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A woman handling a bottle of pills.
A woman handling a bottle of pills.

Learn How to Stay Safe in the Changing Drug Landscape

Communities large and small are facing a dangerous reality: Fatal fentanyl overdoses are on the rise. By understanding the risk, how to spot an overdose, and how to respond, we can help reverse the deadly trend.

The Fentanyl Risk

Accidental fentanyl overdose deaths are at an all-time high, and they happen fast—within seconds to minutes.

The drug supply in your community has changed. Fentanyl’s now commonly found in street pills and powders, including oxys, percs, benzos, cocaine and more.

Fentanyl is so strong that just a few salt-sized grains can be fatal. And it’s odorless, colorless, and tasteless, meaning it’s virtually undetectable.

Signs of Fentanyl Overdose

Signs of fentanyl overdose are more subtle than you might expect. In many cases, a person overdosing just looks like they’ve fallen asleep. That’s why it’s important to Check, Wake, and Breathe.


Fentanyl overdoses often look like someone is asleep.


Try to wake them—see if they respond to calling their name or shaking them.


Check their breathing to see if they’re struggling, choking, gurgling or snoring.

If in doubt, call 911 immediately.

How to Help

If you do spot a fentanyl overdose, there are some simple steps you can take to potentially save a life.

Step 1

Call 911

If you can’t wake someone, immediately call 911. Most states have a Good Samaritan Law that provides protection from criminal liability for those who call for help.

Step 2

Administer Naloxone

If someone has naloxone, administer it as soon as you can. Don’t wait. Every second counts.




Step 3

Start Rescue Breathing

If they still aren’t breathing regularly, help them breathe with rescue breathing until help arrives.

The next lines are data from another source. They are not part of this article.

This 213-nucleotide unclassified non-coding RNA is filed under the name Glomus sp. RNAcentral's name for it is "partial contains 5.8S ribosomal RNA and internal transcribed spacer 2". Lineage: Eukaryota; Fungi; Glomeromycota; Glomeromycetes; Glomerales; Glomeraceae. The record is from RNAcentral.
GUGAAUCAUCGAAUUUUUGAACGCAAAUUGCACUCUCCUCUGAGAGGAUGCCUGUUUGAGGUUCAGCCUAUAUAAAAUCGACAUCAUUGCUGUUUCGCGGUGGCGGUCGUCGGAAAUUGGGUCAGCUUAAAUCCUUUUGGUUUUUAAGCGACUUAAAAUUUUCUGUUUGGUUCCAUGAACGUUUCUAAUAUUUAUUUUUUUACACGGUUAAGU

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Step 4

Stay with Them Until Help Arrives

Stay with them and monitor any changes until help arrives. You could provide the medical response team with helpful info.

Be Prepared to Help

There are a few simple things you can do to help protect your community from fentanyl overdose.

Carry Naloxone

Naloxone (Narcan®) can reverse a fentanyl overdose on the spot, but only if you carry and know how to use it. It’s available at your local CVS. You can find it in your state, often for free.

Test Your Drugs

Fentanyl test strips are easy to use and can detect if fentanyl’s been added to your pills or powders. Regulations around test strips vary by state. You can check your state’s policies.

Tips for Safer Use

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Stagger usage between friends over time so that if one pill is laced, someone can call for help.

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Start with a small amount to test drug strength, and go slowly when you use.

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Check on others frequently. Fentanyl overdose happens fast, and even a bathroom break is enough time for them to lose consciousness.